In consulting, it is made clear that staff serve at the pleasure of clients. Firms always have the choice to refuse service to a client if a project does not align with the firm’s values, but in reality this is a sliding scale and economic conditions may dictate what kind of work a firm may need to take on. At a more fundamental level, employees at a consulting firm serve the company’s shareholders (which can be public or private, perhaps limited to a subset of higher-level employees at the firm). This means that all staff must be familiar with how the firm makes money and the underlying financial metrics that drive the business. For example, “chargeability” (the percent of staff time billed to clients as opposed to research & development, training, marketing, or other activities) is a key metric often measured at company-wide, office, and individual staff levels. An unrelenting focus on this metric is necessary to ensure the firm’s continued profitability (and hence it is a major factor in career growth as well).
In contrast, public sector staff serve their government unit (e.g., a mayor’s office, department of transportation, etc.) This often ends up being some form of elected official — hence, maintaining a good relationship with “electeds” becomes crucial for a public agency to achieve its goals and maintain funding. Ultimately, public sector employees serve the general public because of the simple fact that their salaries are paid by taxes. There is no real profit motive, but there is an understanding that tax revenue should be spent prudently so the government unit can remain solvent (thus allowing it to continue serving the public).
Hopefully this has answered many potential questions about how consulting and the public sector compare for planners about to embark on their careers. As a quick reference:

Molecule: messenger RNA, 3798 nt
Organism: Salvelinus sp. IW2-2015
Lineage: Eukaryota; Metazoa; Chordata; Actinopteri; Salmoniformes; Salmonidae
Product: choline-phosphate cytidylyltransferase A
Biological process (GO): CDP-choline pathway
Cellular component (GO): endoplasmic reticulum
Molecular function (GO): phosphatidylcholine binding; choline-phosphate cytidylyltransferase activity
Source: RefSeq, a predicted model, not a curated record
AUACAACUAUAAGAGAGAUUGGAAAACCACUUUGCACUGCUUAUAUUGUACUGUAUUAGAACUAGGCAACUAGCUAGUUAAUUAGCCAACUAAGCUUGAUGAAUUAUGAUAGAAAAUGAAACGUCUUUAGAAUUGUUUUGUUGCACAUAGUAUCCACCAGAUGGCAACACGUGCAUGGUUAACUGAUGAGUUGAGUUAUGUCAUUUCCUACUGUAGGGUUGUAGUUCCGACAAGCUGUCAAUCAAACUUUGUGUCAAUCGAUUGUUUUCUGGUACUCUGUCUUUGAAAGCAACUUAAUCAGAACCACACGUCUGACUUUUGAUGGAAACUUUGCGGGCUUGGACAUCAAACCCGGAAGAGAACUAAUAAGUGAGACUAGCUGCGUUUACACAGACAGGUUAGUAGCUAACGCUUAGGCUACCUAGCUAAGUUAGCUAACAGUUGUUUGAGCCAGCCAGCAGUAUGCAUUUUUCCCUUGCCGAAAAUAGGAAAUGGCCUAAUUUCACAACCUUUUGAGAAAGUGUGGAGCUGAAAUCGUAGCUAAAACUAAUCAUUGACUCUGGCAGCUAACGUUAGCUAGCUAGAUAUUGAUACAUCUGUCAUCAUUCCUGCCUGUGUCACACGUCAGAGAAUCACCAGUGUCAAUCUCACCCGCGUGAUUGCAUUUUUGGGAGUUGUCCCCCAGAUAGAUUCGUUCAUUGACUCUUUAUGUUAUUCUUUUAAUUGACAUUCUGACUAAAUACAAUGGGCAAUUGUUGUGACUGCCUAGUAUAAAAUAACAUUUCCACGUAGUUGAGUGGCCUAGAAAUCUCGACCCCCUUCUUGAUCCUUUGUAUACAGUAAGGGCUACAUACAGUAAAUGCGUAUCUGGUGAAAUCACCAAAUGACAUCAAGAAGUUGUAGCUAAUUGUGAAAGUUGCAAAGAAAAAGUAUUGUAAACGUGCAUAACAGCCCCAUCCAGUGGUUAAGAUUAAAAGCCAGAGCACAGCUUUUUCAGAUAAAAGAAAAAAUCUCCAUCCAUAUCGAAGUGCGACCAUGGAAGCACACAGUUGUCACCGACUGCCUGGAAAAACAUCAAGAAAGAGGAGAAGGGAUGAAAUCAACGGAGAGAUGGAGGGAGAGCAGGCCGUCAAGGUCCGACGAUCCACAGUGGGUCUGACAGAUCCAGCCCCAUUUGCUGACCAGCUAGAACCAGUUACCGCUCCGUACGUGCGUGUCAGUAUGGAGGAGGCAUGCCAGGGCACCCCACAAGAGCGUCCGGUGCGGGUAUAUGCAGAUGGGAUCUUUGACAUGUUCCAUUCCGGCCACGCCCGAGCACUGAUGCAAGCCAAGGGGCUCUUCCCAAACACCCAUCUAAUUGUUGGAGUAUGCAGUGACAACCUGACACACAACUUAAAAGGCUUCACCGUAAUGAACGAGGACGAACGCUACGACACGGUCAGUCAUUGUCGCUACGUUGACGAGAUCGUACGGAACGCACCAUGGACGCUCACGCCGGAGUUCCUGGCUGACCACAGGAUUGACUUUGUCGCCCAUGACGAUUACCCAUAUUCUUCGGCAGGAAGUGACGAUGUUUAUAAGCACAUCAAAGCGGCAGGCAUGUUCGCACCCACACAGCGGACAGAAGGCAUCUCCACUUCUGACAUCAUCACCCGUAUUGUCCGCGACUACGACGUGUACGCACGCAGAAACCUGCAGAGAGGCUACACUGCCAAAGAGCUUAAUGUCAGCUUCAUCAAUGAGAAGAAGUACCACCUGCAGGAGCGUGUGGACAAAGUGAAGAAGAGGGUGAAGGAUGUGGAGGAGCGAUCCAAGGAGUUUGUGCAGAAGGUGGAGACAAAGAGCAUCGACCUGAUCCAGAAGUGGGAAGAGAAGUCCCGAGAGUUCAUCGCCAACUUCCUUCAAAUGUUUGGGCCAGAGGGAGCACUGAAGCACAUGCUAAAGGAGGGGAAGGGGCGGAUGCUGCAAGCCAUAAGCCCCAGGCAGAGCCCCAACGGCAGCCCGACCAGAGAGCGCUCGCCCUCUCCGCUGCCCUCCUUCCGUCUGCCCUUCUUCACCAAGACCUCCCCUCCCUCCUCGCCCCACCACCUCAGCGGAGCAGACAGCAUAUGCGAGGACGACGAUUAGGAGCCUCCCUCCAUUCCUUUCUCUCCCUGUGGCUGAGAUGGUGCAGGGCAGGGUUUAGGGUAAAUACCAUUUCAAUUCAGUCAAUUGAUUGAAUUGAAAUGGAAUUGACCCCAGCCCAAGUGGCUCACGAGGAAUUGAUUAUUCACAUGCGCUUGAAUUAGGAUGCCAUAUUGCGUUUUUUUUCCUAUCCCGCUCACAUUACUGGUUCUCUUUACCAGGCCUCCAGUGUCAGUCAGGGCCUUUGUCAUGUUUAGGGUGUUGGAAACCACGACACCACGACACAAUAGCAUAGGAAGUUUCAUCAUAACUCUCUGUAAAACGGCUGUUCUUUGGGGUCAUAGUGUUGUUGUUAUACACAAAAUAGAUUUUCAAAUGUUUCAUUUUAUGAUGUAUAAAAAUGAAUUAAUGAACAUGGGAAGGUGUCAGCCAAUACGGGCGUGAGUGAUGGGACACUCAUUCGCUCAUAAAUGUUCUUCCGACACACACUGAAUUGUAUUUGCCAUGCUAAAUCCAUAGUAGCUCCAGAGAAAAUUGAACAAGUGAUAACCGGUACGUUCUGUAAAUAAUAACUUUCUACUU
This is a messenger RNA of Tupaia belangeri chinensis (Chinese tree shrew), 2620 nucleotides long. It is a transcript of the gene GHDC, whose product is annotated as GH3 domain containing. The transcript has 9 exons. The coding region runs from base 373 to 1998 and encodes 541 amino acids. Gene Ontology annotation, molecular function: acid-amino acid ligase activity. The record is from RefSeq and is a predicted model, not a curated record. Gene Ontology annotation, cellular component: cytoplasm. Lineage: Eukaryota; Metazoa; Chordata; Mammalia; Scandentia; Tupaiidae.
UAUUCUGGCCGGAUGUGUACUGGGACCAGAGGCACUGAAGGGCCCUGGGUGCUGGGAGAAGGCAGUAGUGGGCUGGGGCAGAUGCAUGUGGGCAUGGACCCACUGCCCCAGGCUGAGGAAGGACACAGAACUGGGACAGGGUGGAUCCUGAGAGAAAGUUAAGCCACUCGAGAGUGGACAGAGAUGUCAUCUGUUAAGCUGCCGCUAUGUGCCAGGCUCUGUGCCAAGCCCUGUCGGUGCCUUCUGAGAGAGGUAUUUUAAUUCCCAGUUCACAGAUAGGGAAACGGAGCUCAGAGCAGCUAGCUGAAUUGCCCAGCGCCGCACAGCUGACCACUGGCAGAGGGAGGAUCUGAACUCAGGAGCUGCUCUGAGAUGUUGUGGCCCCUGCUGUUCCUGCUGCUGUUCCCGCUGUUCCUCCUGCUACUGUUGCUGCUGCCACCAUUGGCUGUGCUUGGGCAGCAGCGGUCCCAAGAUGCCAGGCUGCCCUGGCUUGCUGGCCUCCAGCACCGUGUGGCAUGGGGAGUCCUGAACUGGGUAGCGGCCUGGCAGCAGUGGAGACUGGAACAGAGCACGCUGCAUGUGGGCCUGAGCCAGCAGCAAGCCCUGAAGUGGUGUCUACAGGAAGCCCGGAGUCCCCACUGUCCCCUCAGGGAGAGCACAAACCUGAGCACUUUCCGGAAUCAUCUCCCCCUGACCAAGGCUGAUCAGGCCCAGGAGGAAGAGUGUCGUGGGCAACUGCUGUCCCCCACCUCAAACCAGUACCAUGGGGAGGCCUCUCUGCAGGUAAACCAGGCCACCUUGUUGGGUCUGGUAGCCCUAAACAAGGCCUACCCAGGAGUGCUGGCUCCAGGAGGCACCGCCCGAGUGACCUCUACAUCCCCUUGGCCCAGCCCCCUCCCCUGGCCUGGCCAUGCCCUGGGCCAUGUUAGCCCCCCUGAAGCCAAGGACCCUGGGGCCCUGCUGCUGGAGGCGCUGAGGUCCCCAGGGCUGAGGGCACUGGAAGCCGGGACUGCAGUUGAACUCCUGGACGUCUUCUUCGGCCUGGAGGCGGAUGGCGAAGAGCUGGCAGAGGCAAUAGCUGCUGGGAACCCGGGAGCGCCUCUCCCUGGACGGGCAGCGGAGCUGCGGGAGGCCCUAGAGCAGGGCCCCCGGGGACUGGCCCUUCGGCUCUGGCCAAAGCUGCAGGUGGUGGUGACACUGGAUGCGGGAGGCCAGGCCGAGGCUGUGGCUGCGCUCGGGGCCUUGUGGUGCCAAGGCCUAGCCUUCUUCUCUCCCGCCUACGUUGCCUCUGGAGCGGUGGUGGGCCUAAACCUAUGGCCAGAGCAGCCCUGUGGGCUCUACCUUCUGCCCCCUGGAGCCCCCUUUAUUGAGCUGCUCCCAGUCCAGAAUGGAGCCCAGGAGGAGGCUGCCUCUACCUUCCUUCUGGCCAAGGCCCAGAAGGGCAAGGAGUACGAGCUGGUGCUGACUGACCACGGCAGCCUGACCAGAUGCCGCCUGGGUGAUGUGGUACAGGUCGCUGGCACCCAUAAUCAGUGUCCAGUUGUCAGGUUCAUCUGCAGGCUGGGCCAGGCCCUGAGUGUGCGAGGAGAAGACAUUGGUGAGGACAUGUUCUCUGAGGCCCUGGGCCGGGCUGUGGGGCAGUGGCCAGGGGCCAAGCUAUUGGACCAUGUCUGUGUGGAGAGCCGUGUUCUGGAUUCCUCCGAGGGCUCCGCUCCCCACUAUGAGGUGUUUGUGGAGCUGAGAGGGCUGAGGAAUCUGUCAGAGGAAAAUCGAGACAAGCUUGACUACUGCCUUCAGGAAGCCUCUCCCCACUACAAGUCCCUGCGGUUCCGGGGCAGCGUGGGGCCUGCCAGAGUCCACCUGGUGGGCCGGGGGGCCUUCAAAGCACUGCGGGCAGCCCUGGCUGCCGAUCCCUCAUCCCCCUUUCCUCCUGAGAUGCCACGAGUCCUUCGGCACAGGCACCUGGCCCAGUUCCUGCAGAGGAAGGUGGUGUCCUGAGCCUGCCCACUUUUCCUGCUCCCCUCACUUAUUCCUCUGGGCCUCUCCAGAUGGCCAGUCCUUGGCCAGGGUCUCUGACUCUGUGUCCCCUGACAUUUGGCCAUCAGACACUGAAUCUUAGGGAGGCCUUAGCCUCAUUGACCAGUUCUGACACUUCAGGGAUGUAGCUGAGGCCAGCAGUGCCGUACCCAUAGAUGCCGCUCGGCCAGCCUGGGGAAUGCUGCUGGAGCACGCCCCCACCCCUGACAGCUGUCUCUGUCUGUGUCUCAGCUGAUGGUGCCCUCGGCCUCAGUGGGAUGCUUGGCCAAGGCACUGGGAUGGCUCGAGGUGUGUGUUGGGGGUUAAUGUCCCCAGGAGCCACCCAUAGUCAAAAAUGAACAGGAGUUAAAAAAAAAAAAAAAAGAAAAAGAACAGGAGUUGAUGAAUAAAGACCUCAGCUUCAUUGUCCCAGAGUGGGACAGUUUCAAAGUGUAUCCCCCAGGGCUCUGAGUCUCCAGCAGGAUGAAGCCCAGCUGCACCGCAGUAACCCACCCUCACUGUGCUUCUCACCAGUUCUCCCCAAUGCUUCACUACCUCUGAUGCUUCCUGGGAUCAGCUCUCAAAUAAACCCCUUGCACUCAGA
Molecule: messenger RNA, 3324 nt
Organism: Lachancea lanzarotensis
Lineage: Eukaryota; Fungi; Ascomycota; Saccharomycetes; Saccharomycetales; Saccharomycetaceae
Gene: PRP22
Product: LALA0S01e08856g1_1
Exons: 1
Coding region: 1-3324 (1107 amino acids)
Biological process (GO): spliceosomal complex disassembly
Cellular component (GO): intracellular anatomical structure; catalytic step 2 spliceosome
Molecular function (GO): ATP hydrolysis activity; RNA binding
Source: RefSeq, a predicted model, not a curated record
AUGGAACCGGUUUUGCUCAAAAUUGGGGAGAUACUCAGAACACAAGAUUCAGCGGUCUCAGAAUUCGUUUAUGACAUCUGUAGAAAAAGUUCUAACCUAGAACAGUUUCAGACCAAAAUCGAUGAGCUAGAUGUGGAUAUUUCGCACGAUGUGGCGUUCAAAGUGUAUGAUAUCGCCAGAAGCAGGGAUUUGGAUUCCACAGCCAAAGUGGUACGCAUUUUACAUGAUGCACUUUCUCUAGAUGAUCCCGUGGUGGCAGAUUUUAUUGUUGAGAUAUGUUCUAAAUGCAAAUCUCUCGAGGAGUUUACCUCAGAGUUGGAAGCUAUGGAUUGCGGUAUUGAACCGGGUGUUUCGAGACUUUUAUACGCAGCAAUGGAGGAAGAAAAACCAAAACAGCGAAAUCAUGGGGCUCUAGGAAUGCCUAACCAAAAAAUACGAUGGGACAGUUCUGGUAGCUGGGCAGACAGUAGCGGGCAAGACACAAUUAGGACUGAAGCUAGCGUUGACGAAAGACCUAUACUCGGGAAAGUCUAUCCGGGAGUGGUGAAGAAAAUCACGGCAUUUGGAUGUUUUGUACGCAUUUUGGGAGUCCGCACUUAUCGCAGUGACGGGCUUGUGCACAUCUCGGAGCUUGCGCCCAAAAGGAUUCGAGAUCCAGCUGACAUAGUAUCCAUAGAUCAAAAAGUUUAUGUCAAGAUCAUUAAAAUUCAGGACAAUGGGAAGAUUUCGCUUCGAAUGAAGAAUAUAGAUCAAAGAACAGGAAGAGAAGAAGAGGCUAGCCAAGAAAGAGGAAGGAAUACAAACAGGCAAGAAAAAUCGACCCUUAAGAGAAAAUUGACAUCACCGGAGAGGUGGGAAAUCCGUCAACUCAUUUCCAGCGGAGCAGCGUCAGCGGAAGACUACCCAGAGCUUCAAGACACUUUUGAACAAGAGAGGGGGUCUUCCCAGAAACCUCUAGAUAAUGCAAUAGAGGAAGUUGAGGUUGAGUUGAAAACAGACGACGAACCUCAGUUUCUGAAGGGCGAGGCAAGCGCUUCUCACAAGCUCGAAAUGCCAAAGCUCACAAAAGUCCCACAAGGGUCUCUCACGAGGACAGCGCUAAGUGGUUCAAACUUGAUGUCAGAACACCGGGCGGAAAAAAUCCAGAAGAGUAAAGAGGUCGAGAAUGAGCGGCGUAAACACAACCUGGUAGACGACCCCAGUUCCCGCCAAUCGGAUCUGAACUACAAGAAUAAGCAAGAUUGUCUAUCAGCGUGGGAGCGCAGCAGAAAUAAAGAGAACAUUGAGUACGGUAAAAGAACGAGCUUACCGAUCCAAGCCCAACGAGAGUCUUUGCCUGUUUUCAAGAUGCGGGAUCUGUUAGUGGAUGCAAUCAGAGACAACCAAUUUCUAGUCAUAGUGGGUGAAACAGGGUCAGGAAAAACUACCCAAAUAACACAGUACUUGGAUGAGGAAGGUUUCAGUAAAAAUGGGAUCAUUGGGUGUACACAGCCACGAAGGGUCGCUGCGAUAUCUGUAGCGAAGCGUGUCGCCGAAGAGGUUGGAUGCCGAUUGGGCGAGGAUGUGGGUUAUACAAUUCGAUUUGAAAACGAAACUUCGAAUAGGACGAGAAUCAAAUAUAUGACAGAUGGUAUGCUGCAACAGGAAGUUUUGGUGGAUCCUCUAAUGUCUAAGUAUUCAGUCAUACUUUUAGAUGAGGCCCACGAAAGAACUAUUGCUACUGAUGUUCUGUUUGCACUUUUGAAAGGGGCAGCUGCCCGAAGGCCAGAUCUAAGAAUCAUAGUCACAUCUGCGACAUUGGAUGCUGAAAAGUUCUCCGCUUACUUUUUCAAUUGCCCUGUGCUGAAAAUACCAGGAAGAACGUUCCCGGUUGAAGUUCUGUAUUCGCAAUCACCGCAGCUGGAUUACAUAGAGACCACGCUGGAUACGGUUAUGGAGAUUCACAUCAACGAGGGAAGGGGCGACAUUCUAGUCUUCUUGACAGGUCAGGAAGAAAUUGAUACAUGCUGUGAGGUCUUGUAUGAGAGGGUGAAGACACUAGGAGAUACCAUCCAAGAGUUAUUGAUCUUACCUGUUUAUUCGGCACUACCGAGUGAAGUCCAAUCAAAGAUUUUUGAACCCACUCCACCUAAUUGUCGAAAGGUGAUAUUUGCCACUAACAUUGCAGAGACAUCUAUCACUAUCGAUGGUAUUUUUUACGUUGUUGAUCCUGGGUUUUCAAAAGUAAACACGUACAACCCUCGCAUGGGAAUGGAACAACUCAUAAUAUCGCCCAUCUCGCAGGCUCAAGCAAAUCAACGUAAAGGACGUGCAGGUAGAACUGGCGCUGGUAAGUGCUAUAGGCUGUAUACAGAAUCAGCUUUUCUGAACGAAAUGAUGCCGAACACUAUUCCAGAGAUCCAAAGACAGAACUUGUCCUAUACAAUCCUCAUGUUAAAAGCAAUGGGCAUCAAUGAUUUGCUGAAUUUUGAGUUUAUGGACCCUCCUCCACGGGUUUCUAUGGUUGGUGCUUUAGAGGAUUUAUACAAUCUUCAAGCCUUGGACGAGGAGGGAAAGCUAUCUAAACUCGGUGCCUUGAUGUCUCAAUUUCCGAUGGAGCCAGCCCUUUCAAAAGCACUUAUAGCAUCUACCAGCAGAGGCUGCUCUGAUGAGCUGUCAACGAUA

There is still more that can be said about the personality types and work styles of the people you’ll find in consulting versus the public sector, but this begins veering into stereotypes and would perhaps be best addressed separately in the future.
What’s clear for now is that there really is no side that is “better” to be working in as a planner; both have pros and cons and it’s up to the individual to make career choices based on their innate preferences. Furthermore, many planners actually recommend working in both consulting and the public sector at some point in one’s career; there is plenty to learn in both! Plus, working in one sector benefits from previous experience in the other given how closely the two sectors interact.
Regardless of which path one chooses, a final thing to keep in mind is that the universe of urban planners is quite small. As they say, “reputations matter” and you never know who could provide the connection that lands your next role — whether in consulting, government, or elsewhere!
Special thanks to my former colleagues Kevin Zamzow-Pollock and Jiajia Zhou for their review and additions to this post!